I Didn't Raise My Boy to Be a Soldier

Al Piantadosi, Alfred Bryan, 1915

Compare this song with "Over There." What feelings does each song suggest parents might have about their sons becoming soldiers? What do you think the "truth" was about parents sending their sons to war?

What events did these parents possibly experience or hear about that may have explained their feelings here? People were still alive who witnessed the Civil War carnage.

What did some people give for not becoming involved in World War I? How popular was the idea of becoming involved in an overseas war? What events began to change public opinion?

After the war, what organization was formed to "let nations arbitrate their future troubles" as it says in the chorus? League of Nations. Why didn't the United States become involved in the League of Nations? What were some of the reasons the League didn't succeed? Has the United Nations done better at avoiding war? Why or why not?

In what ways do you agree with the last two lines of this song? In what ways do you disagree?


"I Didn't Raise My Boy to Be a Soldier" performed by Morton Harvey on Praise the Lord and Pass the Ammunition, New York: New World Records [NW222], © 1977. Available iTunes, Spotify, and YouTube.

Morton Harvey (1886–1961) was a very popular recording star for a short period of time. He started as a saloon singer in Chicago, was discovered by Bill Murray and made his first recording in 1914. The following year he made the first recording of a blues song with W. C. Handy's "Memphis Blues." Harvey recorded two anti-war songs in 1916: this one and Irving Berlin's "Stay Down Here Where You Belong." "I Didn't Raise My Boy to Be a Soldier" was extremely popular until the United States entered the war in 1917. Then Victor Records stopped selling the record to avoid bad publicity from the public and the government. Unfortunately, being associated with this pacifist song seems to have ended Harvey's recording career.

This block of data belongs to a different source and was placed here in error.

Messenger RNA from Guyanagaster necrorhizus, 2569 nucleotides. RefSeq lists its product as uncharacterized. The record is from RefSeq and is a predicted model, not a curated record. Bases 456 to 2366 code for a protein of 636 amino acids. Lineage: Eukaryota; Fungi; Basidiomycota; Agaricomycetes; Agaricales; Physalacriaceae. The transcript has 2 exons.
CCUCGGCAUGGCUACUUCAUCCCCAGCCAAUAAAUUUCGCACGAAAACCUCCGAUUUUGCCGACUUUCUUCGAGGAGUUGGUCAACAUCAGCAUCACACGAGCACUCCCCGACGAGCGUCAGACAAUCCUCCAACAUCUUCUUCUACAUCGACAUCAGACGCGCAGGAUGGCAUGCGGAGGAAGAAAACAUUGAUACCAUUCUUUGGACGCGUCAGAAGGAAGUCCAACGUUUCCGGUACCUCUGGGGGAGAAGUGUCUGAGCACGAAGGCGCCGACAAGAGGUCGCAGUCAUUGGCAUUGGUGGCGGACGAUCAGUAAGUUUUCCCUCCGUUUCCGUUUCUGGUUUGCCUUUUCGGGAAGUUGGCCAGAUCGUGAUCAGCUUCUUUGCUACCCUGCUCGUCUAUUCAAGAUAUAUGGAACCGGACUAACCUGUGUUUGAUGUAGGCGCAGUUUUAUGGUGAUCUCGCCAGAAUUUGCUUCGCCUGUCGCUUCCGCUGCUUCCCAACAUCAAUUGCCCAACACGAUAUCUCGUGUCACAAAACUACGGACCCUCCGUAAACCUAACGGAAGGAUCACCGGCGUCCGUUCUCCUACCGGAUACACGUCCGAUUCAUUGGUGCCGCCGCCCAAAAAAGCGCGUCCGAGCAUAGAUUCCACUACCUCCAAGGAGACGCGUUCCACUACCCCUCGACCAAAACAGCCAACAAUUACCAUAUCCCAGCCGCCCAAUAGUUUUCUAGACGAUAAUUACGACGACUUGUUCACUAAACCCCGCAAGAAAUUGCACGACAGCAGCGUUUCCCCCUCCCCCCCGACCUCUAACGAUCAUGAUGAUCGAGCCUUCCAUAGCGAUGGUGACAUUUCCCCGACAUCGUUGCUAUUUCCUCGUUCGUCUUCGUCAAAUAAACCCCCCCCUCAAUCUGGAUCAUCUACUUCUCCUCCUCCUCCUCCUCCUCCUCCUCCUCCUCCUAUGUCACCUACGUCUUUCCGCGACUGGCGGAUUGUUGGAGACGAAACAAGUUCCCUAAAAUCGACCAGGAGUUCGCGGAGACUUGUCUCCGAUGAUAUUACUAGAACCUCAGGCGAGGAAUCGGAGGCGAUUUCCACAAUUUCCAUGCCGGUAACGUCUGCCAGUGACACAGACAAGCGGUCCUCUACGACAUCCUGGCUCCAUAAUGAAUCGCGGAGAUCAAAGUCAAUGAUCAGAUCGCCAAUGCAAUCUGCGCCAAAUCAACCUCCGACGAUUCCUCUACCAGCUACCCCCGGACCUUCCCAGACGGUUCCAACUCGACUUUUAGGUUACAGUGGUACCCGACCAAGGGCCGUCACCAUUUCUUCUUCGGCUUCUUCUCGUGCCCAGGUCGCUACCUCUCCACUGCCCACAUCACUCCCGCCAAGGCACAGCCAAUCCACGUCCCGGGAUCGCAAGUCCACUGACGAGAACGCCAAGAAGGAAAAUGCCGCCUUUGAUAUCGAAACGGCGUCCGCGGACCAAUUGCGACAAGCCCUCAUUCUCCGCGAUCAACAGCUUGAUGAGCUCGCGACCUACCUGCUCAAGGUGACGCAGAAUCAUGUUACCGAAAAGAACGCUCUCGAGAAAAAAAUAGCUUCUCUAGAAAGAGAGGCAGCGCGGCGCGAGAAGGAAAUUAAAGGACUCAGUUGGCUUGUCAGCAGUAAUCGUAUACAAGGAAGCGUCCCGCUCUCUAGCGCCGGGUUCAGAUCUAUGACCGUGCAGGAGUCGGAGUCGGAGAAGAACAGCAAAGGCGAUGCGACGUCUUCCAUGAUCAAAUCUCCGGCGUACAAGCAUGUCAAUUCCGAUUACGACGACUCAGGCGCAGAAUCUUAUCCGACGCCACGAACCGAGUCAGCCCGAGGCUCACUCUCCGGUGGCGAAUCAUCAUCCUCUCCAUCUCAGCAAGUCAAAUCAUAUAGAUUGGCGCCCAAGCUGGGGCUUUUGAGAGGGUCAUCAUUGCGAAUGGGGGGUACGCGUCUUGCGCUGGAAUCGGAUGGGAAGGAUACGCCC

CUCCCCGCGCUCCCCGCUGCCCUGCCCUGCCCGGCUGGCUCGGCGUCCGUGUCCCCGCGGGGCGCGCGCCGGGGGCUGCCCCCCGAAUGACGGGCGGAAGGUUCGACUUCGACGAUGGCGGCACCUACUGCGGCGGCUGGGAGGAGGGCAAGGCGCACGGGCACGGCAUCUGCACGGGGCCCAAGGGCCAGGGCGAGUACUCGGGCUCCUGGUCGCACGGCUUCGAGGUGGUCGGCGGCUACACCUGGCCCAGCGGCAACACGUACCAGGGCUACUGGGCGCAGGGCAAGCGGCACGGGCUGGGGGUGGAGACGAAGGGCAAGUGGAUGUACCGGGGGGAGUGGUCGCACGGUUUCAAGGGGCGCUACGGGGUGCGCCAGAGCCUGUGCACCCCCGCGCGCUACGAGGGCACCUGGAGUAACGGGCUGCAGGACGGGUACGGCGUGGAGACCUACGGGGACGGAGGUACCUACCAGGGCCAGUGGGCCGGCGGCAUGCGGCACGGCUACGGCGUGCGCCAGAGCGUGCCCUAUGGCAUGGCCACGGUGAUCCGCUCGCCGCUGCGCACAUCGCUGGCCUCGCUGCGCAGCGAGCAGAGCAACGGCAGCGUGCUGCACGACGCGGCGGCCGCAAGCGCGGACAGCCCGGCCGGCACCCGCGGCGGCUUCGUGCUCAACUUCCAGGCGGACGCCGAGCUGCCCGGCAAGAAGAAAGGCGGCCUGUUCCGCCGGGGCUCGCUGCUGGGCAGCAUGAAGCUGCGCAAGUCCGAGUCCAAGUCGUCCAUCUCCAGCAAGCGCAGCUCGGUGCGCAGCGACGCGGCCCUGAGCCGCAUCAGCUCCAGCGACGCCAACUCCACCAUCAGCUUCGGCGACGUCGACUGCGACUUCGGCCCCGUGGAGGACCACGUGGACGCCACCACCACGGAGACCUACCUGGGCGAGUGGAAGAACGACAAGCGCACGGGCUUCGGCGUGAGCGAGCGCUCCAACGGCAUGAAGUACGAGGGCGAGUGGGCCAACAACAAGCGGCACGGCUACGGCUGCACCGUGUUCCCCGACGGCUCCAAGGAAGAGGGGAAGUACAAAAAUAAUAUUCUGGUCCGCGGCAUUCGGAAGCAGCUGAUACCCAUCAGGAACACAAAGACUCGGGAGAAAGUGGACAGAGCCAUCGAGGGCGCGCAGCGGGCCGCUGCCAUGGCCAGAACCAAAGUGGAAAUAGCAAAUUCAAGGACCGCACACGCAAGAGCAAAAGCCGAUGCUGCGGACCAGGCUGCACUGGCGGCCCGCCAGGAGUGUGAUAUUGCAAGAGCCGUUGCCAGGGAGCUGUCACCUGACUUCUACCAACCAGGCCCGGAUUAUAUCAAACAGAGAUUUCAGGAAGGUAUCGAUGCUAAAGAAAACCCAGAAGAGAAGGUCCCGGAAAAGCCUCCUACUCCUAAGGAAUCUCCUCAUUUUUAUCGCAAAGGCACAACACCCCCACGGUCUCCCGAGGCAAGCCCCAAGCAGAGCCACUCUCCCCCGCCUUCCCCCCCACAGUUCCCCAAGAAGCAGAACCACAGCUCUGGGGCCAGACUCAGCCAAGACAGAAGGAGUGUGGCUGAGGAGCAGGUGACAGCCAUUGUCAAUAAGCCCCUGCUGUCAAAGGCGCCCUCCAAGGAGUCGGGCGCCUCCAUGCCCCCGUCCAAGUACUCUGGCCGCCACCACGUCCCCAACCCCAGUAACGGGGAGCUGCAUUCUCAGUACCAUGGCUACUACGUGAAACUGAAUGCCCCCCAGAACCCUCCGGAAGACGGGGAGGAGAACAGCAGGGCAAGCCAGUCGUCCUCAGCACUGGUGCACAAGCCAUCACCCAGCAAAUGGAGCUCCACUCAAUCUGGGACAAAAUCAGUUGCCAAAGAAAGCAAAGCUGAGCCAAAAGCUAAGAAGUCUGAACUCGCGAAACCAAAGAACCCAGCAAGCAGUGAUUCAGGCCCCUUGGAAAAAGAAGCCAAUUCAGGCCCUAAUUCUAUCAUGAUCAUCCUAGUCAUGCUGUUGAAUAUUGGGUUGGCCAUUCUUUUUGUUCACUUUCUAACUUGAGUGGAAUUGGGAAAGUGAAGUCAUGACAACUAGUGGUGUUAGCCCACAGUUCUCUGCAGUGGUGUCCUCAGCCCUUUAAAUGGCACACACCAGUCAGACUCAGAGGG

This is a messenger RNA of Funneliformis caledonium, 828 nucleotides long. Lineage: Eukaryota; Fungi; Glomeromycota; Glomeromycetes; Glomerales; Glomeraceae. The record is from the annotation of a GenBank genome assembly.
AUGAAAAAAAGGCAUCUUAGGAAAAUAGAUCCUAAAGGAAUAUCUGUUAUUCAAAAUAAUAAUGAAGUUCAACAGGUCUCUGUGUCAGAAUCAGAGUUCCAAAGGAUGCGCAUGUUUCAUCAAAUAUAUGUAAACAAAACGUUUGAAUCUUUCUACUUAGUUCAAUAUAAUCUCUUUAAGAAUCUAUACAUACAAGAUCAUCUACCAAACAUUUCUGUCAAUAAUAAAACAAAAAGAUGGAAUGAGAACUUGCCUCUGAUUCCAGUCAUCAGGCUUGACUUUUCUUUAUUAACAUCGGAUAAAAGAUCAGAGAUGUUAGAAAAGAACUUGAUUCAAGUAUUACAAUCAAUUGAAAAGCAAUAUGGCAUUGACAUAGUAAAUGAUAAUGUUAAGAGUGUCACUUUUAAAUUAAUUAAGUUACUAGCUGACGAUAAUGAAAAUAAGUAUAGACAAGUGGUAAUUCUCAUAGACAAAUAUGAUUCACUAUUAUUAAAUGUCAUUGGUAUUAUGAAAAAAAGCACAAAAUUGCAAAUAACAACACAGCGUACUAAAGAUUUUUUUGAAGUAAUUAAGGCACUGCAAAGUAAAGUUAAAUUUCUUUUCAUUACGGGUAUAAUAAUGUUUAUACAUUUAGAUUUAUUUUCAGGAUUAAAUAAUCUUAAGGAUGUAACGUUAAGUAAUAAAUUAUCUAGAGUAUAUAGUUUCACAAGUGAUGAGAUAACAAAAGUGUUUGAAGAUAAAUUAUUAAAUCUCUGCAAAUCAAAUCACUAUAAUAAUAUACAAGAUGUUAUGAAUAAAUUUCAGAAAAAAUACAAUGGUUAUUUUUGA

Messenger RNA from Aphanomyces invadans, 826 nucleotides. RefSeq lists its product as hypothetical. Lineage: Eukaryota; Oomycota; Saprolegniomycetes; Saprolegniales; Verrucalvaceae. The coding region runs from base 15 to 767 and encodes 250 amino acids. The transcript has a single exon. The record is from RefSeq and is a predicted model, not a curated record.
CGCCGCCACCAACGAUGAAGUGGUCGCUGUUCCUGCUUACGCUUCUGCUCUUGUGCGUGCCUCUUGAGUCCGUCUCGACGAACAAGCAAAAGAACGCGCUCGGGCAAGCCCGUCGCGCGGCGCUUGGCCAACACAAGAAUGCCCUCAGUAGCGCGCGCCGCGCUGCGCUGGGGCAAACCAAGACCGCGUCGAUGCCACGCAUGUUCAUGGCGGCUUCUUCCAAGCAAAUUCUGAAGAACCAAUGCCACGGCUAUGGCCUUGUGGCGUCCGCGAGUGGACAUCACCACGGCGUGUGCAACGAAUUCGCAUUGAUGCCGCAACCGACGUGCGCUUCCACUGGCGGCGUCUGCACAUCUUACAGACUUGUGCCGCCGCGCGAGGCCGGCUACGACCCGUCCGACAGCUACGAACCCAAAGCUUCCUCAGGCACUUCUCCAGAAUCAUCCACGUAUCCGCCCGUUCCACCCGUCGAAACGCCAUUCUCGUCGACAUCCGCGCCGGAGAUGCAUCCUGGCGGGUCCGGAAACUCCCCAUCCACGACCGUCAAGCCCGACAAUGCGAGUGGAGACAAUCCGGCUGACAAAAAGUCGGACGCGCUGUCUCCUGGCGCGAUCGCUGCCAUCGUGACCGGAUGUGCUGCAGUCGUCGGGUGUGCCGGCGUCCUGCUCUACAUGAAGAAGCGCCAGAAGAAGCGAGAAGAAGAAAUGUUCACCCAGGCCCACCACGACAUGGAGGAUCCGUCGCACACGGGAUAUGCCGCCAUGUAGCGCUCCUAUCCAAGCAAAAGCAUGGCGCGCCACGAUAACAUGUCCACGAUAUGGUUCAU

View the lyrics for "I Didn't Raise a Boy to Be a Soldier."

View the published score.

Al Piantadosi (1884–1955) was a songwriter and contemporary of Irving Berlin. Like Berlin, he also worked in the nightclubs of the less-reputable areas of New York City and wrote his first song in 1906. He published several successful songs before 1920, including some ethnic songs and sentimental ballads. Piantadosi toured extensively in the United States and also traveled to Europe and Australia, where he was a pioneer performer of ragtime. When he returned, he worked for music publishers in New York before retiring in California in 1930.

One of several answer songs
Cover for the answer song, "I'd Be Proud to Be the Mother of a Soldier."

This song was introduced in a vaudeville show amidst some controversy as it expressed the reluctance of some Americans at the prospect of entering into World War I. The cover of the sheet music was illustrated by exploding shells bursting around an old gray-haired woman protecting her son. After the war was declared, however, the pacifists were no longer as popular and this song provided the inspiration for several parodies, including "I Did Not Raise My Boy to Be a Coward," "I'd Be Proud to Be the Mother of A Soldier," and "I Didn't Raise My Boy to Be a Soldier, I'll Send My Girl to Be a Nurse."

Compare this song to:

"Over There" (in this unit)

"I Feel Like I'm Fixin' to Die Rag" (Unit 8)

Interview parents who have sent a son or daughter into combat. What were their feelings when their child enlisted or was called to active duty? How did they rationalize these feelings before and after? Write interview questions to ask to get to the heart of the conflicting emotions parents might have in such a situation.